Is that the end of the Romans Road?

I would maintain there needs to be an additional stop on this path: Baptism.

This is what Paul writes in Romans 6:3–4, “Or don’t you know that all of us who were baptized into Christ Jesus were baptized into his death? {4} We were therefore buried with him through baptism into death in order that, just as Christ was raised from the dead through the glory of the Father, we too may live a new life.”

This passage suggests to me those who have been baptized (immersed) were connected with the death of Christ (v. 3). Why were we baptized? So we may have new life (v. 4).

Today, Joe Rubino, our community outreach minister at Parkview Christian Church in Wooster, Ohio, said baptism is important, which is why it is part of the Great Commission and is included in every conversion account in the book of Acts.

We’ll discuss baptism further, but ponder Romans 6:3–4 and consider how it fits in with salvation. What do you think?

Are You Headed in the Right Direction

There is a way that seems right to a man, but its end is the way to death.

Proverbs 14:12, NIV

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I love the Tom Cochrane song, “Life is a Highway.” It is a fun, upbeat tune. I admit, I am one who does not get caught up in lyrics, unless it is a Christian song. So, don’t ask me what the song by Cochrane really means, but I will tell you want it means to me:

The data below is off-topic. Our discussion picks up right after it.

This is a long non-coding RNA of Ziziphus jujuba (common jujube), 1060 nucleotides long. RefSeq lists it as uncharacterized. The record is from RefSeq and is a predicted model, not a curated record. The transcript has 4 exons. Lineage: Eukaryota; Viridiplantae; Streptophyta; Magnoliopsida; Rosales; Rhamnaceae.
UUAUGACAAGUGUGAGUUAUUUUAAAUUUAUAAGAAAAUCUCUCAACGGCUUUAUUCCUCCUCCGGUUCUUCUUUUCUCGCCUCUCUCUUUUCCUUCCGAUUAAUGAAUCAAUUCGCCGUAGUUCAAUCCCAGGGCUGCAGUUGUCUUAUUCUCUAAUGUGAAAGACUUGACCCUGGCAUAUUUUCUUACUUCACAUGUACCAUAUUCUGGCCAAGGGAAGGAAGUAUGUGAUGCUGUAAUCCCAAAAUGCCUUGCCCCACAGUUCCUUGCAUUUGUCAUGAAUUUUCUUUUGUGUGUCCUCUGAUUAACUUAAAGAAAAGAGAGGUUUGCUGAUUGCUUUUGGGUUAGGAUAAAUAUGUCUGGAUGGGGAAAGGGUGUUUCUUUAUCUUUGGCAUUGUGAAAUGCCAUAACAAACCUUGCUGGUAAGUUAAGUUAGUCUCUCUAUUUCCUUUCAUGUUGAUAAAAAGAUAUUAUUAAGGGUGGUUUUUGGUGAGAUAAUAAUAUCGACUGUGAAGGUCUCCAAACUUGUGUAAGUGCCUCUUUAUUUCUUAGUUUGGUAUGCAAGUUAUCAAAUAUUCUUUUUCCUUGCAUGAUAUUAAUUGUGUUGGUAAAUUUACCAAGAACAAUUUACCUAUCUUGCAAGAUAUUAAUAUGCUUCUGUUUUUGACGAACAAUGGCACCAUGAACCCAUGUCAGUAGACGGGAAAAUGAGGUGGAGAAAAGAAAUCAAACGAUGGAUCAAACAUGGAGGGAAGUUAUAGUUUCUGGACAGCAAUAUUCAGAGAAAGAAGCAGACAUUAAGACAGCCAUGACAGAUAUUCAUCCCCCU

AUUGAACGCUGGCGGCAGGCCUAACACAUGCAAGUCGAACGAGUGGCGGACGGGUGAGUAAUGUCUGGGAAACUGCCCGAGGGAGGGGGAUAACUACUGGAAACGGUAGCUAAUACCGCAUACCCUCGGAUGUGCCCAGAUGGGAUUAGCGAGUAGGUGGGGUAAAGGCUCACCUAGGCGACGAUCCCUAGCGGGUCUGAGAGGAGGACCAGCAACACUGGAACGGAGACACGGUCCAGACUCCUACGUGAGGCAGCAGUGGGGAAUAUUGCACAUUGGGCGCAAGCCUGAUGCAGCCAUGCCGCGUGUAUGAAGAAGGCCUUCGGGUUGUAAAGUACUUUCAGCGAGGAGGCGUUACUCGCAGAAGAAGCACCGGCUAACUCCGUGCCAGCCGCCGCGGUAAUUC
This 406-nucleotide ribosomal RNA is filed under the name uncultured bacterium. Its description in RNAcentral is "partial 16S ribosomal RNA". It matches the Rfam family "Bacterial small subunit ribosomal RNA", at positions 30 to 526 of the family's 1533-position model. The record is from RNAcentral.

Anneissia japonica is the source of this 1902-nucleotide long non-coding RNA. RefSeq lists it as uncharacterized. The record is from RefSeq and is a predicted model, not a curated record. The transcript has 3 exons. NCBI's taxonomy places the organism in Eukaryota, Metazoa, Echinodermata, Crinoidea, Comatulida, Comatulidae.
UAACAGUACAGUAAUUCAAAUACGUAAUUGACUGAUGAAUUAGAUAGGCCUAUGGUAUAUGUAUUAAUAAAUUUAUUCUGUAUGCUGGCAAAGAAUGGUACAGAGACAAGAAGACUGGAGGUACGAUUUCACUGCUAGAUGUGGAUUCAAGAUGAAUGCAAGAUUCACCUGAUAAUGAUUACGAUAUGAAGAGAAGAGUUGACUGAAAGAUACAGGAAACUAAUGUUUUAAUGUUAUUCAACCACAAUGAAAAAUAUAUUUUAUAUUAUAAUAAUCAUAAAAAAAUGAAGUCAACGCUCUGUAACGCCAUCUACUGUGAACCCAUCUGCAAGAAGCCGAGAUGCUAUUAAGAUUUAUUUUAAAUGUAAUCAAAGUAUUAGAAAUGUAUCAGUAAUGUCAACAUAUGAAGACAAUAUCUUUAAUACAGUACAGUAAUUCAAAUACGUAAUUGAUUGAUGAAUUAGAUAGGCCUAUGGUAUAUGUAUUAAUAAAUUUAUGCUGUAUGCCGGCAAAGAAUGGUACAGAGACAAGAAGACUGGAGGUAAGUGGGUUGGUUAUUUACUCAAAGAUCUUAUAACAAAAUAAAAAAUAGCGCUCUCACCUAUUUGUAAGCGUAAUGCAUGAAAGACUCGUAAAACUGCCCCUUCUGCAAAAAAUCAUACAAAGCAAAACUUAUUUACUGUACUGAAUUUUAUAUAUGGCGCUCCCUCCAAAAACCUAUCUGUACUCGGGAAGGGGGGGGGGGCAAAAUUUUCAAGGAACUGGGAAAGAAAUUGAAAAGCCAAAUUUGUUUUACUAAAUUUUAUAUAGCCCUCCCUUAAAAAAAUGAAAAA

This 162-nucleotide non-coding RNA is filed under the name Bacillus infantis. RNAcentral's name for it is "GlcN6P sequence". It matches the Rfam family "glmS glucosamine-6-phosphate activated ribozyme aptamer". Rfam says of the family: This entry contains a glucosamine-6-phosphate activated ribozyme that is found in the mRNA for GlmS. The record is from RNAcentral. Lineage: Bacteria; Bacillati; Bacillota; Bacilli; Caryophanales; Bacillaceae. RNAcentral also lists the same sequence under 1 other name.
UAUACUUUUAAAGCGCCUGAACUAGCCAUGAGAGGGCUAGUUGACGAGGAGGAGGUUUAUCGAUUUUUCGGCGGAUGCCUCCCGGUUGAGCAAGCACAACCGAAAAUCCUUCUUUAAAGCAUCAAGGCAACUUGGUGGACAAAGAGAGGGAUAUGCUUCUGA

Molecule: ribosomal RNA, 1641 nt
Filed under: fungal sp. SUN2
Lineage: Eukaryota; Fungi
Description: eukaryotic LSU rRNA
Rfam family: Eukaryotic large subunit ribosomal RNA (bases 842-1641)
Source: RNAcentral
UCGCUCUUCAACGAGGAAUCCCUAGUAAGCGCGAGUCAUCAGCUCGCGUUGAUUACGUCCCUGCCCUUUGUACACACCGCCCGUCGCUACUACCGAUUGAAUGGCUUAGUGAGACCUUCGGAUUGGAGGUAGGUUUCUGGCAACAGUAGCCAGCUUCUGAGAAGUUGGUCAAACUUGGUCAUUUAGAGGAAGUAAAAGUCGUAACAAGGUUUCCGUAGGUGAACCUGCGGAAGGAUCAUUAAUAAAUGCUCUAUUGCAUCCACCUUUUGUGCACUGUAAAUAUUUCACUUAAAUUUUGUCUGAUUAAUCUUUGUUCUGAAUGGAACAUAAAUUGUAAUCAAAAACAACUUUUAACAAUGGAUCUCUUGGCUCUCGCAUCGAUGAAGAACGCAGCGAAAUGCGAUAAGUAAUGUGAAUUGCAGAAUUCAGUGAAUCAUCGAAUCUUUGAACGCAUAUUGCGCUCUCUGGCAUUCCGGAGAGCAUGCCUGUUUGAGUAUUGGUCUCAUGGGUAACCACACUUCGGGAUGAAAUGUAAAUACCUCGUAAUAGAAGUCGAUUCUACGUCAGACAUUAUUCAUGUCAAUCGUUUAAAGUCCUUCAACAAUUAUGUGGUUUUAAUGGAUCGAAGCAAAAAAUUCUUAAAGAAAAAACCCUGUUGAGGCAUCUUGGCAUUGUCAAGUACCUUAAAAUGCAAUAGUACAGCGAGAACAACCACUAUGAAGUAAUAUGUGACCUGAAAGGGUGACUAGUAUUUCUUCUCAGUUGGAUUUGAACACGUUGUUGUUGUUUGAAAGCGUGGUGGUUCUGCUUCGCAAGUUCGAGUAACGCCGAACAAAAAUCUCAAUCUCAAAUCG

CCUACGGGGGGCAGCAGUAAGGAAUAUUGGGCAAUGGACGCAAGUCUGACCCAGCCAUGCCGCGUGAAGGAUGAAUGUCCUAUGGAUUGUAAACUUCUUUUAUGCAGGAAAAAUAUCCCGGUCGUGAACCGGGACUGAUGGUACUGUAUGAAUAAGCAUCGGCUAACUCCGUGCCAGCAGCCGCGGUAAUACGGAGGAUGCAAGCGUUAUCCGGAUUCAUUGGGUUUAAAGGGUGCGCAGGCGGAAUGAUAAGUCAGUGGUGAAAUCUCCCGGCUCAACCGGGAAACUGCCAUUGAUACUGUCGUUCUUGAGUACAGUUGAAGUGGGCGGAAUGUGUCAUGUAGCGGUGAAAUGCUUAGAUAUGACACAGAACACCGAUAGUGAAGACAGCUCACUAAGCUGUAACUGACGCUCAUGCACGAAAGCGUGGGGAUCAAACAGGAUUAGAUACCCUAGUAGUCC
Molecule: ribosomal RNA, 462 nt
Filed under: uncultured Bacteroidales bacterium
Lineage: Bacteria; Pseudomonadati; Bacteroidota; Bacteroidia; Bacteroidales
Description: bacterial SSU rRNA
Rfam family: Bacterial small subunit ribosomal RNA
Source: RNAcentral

Life is an open book, and we can take ours wherever we want to.

We have the opportunity to strive for greatness or wallow in complacency. We can choose to do good or no good at all. It is up to us.

As for where we find direction, there is no lack of influences: Parents, preachers, friends, teachers, book, movies and bands. All of these can be positive influences, but not necessarily. People, even those with the best intentions, can fail and fall.

As it says in Proverbs 14:12, “There is a way that seems right to a man, but its end is the way to death.” Not everything is as it seems. We need to be careful and cautious.

For me, I have strayed off the straight and narrow, but a good guide for me has been God’s Word, the Bible. It helps me to stay on track. It has a lot of wonderful advice in it, and it leads us to heaven.

We’ll explore more tomorrow, but for now, enjoy Tom Cochrane’s “Life is a Highway” on Spotify:

Or, on YouTube